Our Friend is Here! Asian Heritage Month Edition – May Cho, Malaysian Brunei-Based Booktuber, On Why Representation Matters to Her

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Our Friend is Hereis a guest feature at The Quiet Pond, where authors, creatives, and fellow readers, are invited to ‘visit’ the Pond! In Our Friend is Here! guest posts, our visitors (as their very own unique character!) have a friendly conversation about anything related to books or being a reader — and become friends with Xiaolong and friends.

Asian Heritage Month Edition is a month-long event at The Quiet Pond, where Asian authors and bookish content creators are invited to celebrate being Asian, Asian books, and the experiences of being an Asian reader. (Note: Here is an explanation of why we are calling this guest series ‘Asian Heritage Month’.)

One of the understated effects of representation that most marginalised readers will know is that seeing yourself on the page can create an unexpected domino effect: when you finally find a book that’s a mirror into your identity and your experiences, it creates an insatiable hunger to find even more mirrors. Several of the guests in our Asian Heritage Month guest feature series have spoken about what it means to reflect on the lack of Asian characters in literature — but what if the idea of having an Asian character never even crossed your mind?

I think something that we can be reflective about is how lack of representation not only deprive readers of characters that look like them, thus empowering them and show them that their stories matter, but also deprive readers with the very idea that they can have characters that look like them. Where one is about looking for yourself in stories, the other is about how we never looked because we never knew it could exist.

Illustration of a black cat, sitting atop a crescent moon.When I read May’s piece, this really resonated with me – because like May, growing up I never imagined that book characters could be Asian. I considered it as one of those ‘facts of life’ and never questioned it. But when I read about a character that was not only Asian but had a piece of myself reflected in its story – it was life-changing, earth-shattering, and transformative.

Today, I have the privilege of having May visit us – as a black cat sitting on a crescent moon! – at the Pond today to talk about why representation means so much to her. It’s a wonderful piece, one that I love, and I hope that you will love it too. But before I share May’s piece, I’d like to introduce you to May, for all of our friends who have never met her before!


May Cho’s Booktube Channel!

Before writing this post, I dove into May’s booktube channel and, friends, her booktube is a treasure trove of aesthetically pleasing videos, fantastic editing, and really thoughtful book reviews.

May has been making booktube videos for two years now, but in the last year, she’s started to focus more on diverse books, especially books by South East Asian writers!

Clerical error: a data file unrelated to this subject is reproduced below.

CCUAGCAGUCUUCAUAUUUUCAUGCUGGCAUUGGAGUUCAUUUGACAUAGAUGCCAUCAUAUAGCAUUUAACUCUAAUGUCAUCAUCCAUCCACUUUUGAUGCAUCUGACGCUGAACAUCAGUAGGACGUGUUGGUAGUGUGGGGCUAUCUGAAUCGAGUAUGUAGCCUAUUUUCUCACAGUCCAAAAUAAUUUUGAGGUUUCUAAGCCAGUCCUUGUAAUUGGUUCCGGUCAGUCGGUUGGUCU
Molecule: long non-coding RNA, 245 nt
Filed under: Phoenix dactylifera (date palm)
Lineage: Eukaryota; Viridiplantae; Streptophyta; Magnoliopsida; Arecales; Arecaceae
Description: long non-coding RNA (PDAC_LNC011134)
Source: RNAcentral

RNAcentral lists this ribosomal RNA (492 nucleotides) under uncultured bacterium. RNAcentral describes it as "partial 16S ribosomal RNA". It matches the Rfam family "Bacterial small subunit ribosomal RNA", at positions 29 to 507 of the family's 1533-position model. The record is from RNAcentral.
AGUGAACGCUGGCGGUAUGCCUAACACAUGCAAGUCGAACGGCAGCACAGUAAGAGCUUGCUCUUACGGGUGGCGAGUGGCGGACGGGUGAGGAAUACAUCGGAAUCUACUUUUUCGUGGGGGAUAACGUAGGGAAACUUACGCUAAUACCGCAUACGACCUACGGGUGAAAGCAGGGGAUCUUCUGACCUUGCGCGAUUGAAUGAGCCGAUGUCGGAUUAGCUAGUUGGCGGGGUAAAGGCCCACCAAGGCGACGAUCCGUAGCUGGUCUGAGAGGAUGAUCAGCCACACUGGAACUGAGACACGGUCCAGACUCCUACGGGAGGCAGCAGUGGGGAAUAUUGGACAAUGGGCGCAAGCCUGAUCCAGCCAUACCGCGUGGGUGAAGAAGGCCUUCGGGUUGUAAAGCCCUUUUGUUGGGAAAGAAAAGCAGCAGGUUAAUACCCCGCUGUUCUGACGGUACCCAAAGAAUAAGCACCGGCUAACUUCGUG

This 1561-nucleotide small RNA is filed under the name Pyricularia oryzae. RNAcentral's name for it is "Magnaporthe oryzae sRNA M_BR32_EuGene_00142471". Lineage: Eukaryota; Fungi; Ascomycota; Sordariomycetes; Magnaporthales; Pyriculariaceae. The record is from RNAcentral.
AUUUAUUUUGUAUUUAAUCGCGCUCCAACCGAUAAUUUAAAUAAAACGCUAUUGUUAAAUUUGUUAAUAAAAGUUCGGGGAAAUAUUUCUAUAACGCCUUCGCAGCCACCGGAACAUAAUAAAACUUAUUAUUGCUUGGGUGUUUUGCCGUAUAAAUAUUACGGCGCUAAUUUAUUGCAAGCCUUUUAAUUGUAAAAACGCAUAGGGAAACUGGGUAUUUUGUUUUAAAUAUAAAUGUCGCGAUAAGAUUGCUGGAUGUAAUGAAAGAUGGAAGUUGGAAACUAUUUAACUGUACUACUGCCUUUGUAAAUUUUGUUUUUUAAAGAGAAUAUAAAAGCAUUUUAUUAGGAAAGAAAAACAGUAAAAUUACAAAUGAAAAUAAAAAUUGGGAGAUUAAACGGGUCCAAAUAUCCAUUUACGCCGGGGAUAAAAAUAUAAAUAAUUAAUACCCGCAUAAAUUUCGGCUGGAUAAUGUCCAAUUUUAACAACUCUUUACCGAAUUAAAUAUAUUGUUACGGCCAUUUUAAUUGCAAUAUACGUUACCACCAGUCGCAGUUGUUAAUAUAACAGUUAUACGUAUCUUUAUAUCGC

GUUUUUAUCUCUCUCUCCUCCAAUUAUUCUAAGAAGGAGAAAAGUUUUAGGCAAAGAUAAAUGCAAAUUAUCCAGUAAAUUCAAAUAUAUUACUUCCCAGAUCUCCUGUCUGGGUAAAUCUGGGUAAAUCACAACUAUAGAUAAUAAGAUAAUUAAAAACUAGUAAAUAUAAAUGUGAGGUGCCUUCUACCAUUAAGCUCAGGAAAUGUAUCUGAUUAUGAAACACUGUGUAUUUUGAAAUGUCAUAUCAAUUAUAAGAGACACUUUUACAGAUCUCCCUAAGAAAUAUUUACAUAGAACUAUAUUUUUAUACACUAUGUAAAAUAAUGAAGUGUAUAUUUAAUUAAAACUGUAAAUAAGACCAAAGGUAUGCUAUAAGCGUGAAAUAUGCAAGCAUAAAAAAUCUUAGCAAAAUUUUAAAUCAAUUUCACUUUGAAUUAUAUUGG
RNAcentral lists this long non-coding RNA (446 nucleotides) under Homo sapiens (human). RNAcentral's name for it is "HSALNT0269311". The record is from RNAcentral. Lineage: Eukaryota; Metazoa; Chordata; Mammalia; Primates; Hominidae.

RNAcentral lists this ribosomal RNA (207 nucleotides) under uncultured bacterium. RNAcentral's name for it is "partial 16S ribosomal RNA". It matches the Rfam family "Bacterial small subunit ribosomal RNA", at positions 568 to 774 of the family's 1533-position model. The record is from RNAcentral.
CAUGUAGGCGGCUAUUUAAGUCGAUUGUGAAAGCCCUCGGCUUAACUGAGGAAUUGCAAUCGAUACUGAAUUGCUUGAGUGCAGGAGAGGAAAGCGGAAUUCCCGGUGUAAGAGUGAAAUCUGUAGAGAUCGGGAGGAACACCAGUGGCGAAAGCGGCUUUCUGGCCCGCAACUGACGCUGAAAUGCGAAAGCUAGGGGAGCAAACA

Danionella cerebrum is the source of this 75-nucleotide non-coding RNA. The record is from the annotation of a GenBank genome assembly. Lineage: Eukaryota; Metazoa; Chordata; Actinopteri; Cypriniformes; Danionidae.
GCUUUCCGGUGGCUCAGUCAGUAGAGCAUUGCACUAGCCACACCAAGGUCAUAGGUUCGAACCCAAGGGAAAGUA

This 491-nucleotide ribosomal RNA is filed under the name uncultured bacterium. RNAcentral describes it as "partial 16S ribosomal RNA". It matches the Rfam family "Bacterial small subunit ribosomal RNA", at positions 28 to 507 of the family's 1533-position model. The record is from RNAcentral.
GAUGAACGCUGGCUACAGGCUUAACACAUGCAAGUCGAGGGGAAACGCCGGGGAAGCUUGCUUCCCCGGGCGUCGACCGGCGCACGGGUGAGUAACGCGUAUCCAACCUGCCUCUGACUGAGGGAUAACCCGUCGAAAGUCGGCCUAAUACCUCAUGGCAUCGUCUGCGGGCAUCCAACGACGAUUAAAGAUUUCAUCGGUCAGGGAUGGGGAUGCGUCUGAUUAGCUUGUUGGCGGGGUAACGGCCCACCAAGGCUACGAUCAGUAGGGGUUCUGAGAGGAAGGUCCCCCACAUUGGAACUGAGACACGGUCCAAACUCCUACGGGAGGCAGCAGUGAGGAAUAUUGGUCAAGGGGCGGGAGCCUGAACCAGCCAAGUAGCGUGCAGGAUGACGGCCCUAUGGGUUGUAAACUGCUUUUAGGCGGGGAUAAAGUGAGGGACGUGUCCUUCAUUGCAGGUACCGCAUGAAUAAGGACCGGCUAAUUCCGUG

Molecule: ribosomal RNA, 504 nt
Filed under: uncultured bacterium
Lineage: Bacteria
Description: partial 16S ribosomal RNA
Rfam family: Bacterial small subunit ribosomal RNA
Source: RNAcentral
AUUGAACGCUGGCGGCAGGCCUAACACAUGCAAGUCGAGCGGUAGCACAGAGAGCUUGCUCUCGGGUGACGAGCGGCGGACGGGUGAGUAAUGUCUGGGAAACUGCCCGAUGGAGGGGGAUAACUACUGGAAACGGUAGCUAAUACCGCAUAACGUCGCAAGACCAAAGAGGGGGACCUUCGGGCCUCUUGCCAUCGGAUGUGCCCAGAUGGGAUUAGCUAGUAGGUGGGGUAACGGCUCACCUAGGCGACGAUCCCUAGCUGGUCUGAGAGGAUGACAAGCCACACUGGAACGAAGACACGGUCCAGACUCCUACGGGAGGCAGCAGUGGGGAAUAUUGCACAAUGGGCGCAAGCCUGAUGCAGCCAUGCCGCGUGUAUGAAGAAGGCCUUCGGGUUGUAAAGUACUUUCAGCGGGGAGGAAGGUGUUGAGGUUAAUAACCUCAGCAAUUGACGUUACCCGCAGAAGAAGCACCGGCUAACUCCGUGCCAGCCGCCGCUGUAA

Another video that I want to share with you all was May’s review of The Weight of Our Sky by Hanna Alkaf! I loved this book, and May articulates why it’s such a fantastic book wonderfully – and this is the level of thoughtfulness across all her videos. If you’ve only just discovered May’s booktube channel now, maybe consider subscribing to her channel!


May Cho: ‘Why Representation Matters to Me Personally’

I never really understood the importance of representation until I experienced it myself.

I was born to Malaysian-Chinese parents and raised my whole life in Brunei, a small country in the heart of Borneo Island where a myriad of cultures from South East Asia, brought along by diaspora, immigrants and migrant workers, co-exist.

Though our population is majority Asian, there wasn’t a lot of access to books written by Asians. Instead, our chain bookstores carried titles hailing from the States and UK and, for a long time, there was no active production of Bruneian books. In the past ten years, less than twenty works of English fiction have been published. When I was growing up, writing books in Brunei was practically unheard of. This, of course, affected the way I consumed books.

I didn’t grow up a reader, though. My family wasn’t particularly bookish. My mother didn’t tuck me into bed at night with a bedtime story. We didn’t buy books because they were too expensive, took up too much space.

“You don’t grow up consciously thinking about the race, cultures and settings in the books you read. You don’t consciously notice the absence of characters that look like you, grow up like you or talk like you.”

Reading was something I discovered myself at the age of 10 when I took my first step into a library at my primary school. It was a place I’d spend most of my school years in, fleeting in and out and about between classes and break-time.

I can tell you the kinds of books that lined the bookshelves and the kinds of books I read; it was The Babysitter’s Club, Malory Towers, The Clique. In secondary school, it was A Series of Unfortunate Events, Harry Potter, Hunger Games. I can tell you how many times I read and reread these titles and books with covers of young fair-skinned, blonde-haired and blue-eyed girls. I can also tell you how many books in the library were written by Chinese or Malays or Filipinos.

At home, my parents would tell me to stop speaking English. I spoke too much of it at school. When I was home, 讲华语, speak Mandarin. Don’t forget: I’m still Chinese.

Reluctantly, I obeyed, but at night, when I completed my homework and watched the latest episode of my Singaporean serial drama, when I was alone and in my room, I escaped into the worlds of a new batch of library books. Soon, I learnt what “brunette” was, learnt to covet Prom and Summer Vacations, looked forward to getting a driving license at the age of 16, dreamt of boarding school, knew the names of more US states than Malaysian ones and wrote stories about girls named Sierra Wells with bright green eyes and flaming red hair who attended Brooklyn High on Gateway Hill.